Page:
6 Japanese Mushroom Dishes You Should Try in Japan!

6 Japanese Mushroom Dishes You Should Try in Japan!

Did you know there are so many kinds of mushrooms in Japan? For us, Japanese people, Japanese mushrooms are important for our daily meals. Here, I would like to introduce some famous Japanese mushrooms and recipes!



 

6 Japanese Mushroom Dishes You Should Try in Japan!

 

1. Enoki

6 Japanese Mushroom Dishes You Should Try in Japan!_enoki

This is a long and thin mushroom widely used all over Japan. Since Enoki doesn’t have strong mushroom smells and/or tastes, those who don’t like mushrooms are more likely to eat. According to some researches in Japan, Enoki can increase our immune strength and also prevent cancers –so I would recommend you to eat a lot of Enoki every single day! One of the most popular recipes using Enoki is called “Nametake”, which is cooked Enoki with soy sauce. It is not such a thing like a main-dish, but is well matched with white steamed rice! Moreover, especially during winter time, it is common to put Enoki into Nabe (鍋) – which is Japanese hot pot. Start eating Enoki and stay healthy!

 

2. Shimeji

6 Japanese Mushroom Dishes You Should Try in Japan!_shimeji

Shimeji has brown colored pileus on its top and tastes stronger compared to Enoki. Shimeji contains a lot of fiber –that makes you stay healthy and slim. Moreover, this mushroom can be matched with any kinds of foods including pasta, soup and gratin. My favorite is roasting it in a foil wrapper which is called ホイル焼き (foil yaki) in Japanese. Not only Shimeji but also put a lot of vegetables such as carrots, green peppers and onions, and also some (fish) meat or sausage in a foil wrapper. Then, grill it for about 15 minutes and it is ready to eat! I also like to put some shuddered cheese so that I can enjoy the combination of melting cheese and Shimeji. Try ホイル焼き this winter with Simeji and whatever you would like to put!

 

3. Shiitake

6 Japanese Mushroom Dishes You Should Try in Japan!_shiitake

This is one of the most important Japanese mushrooms in Japan –we put it on a lot of traditional Japanese food such as 茶わん蒸し (a cup steamed egg custard with chicken and vegetables), 鍋 (Japanese hotpot), and 煮物 (simmering). However, quite a few Japanese kids don’t like Shiitake –maybe because of its unique taste. But actually it is well matched with Japanese dishes. If you’ve never tried Shiitake, I would recommend you to try しいたけの肉詰め –putting grounded meat in Shiitake and grilling it. Before putting meat, put some flour/starch on Shiitake so that the meat will not be separated from Shiitake while grilling it. My little brother, who didn’t like Shiitake, loved this recipe since he could eat the mushroom with something he liked. Once you get used to the taste, I’m sure you would like to have more Shiitake dishes!

 

4. Maitake

6 Japanese Mushroom Dishes You Should Try in Japan!_maitake

Maitake tend to be used in various kinds of dishes like Shimeji, but I would recommend you to put Maitake in Japanese dishes rather than Western style meals. It is well-matched with cheesy food and/or ketchup taste, but even better with soy sauce. My favorite Maitake recipe is煮物 (simmering) with fried tofu. The way of cooking is pretty simple –just cut Maitake and fried tofu and put them in a pot with fish broth, sugar, sake and soy sauce and boil it. The combination of soy sauce, tofu and Maitake is amazing! Try simmering if you have a chance to get some Maitake.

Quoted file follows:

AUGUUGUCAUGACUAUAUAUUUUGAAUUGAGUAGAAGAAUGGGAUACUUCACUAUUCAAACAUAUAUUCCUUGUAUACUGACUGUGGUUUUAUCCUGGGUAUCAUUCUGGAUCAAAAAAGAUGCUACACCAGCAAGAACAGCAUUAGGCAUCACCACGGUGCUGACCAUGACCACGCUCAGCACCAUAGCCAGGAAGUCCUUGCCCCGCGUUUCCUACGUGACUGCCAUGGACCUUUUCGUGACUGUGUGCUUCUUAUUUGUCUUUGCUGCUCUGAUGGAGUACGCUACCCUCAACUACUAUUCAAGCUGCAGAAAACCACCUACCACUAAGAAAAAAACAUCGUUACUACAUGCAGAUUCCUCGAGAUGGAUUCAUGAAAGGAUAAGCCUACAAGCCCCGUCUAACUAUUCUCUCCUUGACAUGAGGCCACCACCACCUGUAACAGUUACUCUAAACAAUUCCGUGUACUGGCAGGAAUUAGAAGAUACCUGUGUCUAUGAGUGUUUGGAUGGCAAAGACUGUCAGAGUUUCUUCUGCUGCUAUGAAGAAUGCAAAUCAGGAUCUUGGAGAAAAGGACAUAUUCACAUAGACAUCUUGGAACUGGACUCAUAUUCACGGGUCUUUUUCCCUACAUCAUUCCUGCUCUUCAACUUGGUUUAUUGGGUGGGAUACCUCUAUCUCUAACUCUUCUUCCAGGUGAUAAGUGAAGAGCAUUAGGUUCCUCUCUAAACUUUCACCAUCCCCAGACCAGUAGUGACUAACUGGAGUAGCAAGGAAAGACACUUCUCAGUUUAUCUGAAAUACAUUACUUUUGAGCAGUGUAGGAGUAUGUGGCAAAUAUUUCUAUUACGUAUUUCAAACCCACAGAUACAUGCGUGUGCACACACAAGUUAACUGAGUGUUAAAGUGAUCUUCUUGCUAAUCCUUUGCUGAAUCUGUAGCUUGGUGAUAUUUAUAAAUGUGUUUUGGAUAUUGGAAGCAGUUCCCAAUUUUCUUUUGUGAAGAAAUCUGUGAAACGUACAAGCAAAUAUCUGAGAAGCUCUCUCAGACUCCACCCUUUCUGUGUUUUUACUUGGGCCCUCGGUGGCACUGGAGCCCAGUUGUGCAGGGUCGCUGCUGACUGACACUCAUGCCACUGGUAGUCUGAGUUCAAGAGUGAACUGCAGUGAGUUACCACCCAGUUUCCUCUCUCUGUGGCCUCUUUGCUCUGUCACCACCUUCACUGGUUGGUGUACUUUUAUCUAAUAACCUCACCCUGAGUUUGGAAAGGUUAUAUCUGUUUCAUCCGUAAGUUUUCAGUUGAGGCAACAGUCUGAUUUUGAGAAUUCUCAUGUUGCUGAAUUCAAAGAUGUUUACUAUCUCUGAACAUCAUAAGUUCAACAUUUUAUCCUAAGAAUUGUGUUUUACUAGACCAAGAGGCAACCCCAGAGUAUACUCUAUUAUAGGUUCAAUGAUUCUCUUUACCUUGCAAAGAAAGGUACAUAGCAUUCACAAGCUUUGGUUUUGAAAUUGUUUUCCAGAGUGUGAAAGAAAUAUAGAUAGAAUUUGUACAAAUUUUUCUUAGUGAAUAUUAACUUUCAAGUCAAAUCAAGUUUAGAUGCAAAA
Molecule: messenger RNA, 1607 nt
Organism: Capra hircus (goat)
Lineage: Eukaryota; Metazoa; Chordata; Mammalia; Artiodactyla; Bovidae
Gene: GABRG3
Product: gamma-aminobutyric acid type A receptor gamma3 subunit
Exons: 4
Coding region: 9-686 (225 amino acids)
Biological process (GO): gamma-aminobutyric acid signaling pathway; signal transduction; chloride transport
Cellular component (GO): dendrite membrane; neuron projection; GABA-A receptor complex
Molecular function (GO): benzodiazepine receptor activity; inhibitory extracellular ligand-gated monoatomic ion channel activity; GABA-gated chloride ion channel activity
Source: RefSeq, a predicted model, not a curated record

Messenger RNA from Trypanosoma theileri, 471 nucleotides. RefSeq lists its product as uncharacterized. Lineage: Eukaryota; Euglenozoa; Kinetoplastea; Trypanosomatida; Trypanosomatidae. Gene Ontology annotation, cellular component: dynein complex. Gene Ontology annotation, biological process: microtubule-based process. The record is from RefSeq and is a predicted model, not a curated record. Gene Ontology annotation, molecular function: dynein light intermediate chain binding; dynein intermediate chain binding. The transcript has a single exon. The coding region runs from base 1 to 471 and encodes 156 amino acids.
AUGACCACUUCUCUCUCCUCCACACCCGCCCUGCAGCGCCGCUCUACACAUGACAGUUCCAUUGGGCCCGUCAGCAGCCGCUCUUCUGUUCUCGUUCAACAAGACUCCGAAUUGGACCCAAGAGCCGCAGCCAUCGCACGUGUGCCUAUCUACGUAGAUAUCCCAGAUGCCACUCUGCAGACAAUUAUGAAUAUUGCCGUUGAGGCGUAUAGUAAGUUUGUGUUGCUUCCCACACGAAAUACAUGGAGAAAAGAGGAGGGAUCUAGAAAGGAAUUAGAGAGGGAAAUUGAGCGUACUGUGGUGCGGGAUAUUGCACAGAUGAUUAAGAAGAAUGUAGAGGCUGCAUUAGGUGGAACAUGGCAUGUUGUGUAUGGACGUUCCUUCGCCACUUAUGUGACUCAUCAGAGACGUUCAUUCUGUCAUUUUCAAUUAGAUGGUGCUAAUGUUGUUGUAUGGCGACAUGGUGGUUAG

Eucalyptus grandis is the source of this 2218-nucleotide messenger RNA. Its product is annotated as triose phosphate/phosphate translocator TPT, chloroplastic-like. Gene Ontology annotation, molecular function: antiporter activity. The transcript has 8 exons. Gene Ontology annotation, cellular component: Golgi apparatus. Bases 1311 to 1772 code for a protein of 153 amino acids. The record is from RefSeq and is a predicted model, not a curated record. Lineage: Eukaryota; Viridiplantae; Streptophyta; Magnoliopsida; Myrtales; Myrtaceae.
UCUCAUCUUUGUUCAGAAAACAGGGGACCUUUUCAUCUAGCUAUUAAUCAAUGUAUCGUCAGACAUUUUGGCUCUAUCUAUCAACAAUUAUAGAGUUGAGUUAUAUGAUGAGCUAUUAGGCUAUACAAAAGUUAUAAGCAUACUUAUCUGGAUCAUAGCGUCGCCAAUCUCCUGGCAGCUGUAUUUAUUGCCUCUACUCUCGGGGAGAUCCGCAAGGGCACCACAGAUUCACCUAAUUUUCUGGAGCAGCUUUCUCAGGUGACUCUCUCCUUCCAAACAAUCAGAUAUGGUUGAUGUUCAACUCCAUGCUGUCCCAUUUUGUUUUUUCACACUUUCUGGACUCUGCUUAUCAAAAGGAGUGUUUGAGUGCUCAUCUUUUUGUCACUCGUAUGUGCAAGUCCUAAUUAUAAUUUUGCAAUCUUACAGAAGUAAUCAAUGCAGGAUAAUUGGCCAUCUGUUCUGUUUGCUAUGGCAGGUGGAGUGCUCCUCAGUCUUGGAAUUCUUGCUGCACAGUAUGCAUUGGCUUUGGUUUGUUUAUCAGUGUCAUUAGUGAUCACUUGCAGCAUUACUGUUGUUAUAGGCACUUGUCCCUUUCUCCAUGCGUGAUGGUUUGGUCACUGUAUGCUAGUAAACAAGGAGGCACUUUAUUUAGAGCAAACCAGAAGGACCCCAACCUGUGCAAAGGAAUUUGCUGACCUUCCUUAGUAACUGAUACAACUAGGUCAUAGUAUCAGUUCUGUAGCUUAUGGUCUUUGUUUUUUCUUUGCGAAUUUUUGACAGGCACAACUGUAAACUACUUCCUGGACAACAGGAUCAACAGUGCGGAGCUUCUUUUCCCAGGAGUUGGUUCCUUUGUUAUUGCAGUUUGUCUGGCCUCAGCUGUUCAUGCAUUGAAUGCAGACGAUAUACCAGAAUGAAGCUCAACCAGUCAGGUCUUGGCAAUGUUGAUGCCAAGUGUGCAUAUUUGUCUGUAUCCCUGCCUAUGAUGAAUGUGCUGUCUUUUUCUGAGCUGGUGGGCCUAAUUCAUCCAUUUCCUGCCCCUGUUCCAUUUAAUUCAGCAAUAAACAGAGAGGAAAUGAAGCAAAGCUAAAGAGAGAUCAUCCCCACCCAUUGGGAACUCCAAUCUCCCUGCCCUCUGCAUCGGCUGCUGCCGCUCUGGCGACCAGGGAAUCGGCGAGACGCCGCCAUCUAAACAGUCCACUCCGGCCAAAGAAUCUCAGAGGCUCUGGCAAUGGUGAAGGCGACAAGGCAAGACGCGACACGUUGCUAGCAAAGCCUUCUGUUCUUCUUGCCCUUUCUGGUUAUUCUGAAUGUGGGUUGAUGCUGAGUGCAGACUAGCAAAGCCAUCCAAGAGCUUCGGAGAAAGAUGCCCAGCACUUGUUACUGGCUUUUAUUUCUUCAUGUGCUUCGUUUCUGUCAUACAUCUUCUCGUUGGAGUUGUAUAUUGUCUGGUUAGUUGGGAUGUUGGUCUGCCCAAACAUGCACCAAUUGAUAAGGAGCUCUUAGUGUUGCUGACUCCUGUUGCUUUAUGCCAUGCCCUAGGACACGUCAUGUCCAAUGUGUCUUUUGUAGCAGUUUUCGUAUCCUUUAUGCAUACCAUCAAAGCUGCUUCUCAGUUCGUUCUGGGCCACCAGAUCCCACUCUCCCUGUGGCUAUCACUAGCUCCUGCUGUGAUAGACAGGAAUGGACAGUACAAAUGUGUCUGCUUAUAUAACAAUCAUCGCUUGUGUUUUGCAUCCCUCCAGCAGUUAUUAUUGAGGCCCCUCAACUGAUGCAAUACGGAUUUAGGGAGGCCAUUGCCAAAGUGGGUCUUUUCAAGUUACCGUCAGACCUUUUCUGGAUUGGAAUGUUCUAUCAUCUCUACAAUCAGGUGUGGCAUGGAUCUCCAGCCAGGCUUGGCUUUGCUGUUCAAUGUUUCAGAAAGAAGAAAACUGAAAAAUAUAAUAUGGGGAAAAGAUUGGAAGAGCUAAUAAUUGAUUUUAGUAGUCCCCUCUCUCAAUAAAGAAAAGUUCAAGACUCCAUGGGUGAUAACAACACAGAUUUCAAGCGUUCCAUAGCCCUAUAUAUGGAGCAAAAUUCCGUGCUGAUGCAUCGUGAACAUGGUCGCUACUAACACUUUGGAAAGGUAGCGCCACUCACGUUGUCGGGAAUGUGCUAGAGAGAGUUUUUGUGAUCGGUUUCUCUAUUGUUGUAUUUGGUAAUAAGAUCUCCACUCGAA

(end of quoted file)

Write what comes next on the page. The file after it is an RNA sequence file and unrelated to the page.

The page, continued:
5. Matsutake

6 Japanese Mushroom Dishes You Should Try in Japan!_matsutake

Although it is famous for its wonderful smell, not so many people have tried Matsutake since it’s very expensive compared to other Japanese mushrooms. This is also very rich in nutrition such as potassium, iron and fiber –moreover, its smell has some nice effects to our body. So not only by eating but also by smelling Maitake, we’ll have more chances to get healthier! Two famous Matsutake dishes are Matsutake soup and Matsutake rice. This soup is called お吸い物 (Osuimono) in which we usually put broth and season it with soy sauce, not miso. Its subtle taste is suitable for Matsutake since one of the biggest things we enjoy when eating Matsutake is to smell it. Although it is very expensive, there are a lot of Matsutake in cheaper price in North America since no one there would like to eat the mushroom. Even though there are differences between Eastern and Western Matsutake, it would be interesting to compare which one would be better.

 

6. Nameko

6 Japanese Mushroom Dishes You Should Try in Japan!_nameko

I think Nameko has very strange feature –it is a bit sticky. Unlike other Japanese mushrooms, Nameko looks very cute –it looks like a mushroom in children’s books and/or anime. It is popular to put Nameko in miso soup –which is called なめこ汁 (Nameko soup). Since it is a bit sticky, you can enjoy funny feel in your mouth. But this stickiness is not only strange. A kind of protein called mucin has the stickiness and mucin can protect your stomach and lower your blood pressure. In Japan, it has been said that sticky foods, including Nameko, are good for your health although some people don’t like the stickiness. In order to survive this winter, let’s have some Nameko!

 

Conclusion

There are so many kinds of mushrooms in Japan. And each mushroom has unique tastes and smells –this is the reason why we have various mushroom dishes in our daily life. Try some Japanese mushrooms in whatever way you want. Eating them makes you stay healthy!

 

6 Japanese Mushroom Dishes You Should Try in Japan!

1. Enoki
2. Shimeji
3. Shiitake
4. Maitake
5. Matsutake
6. Nameko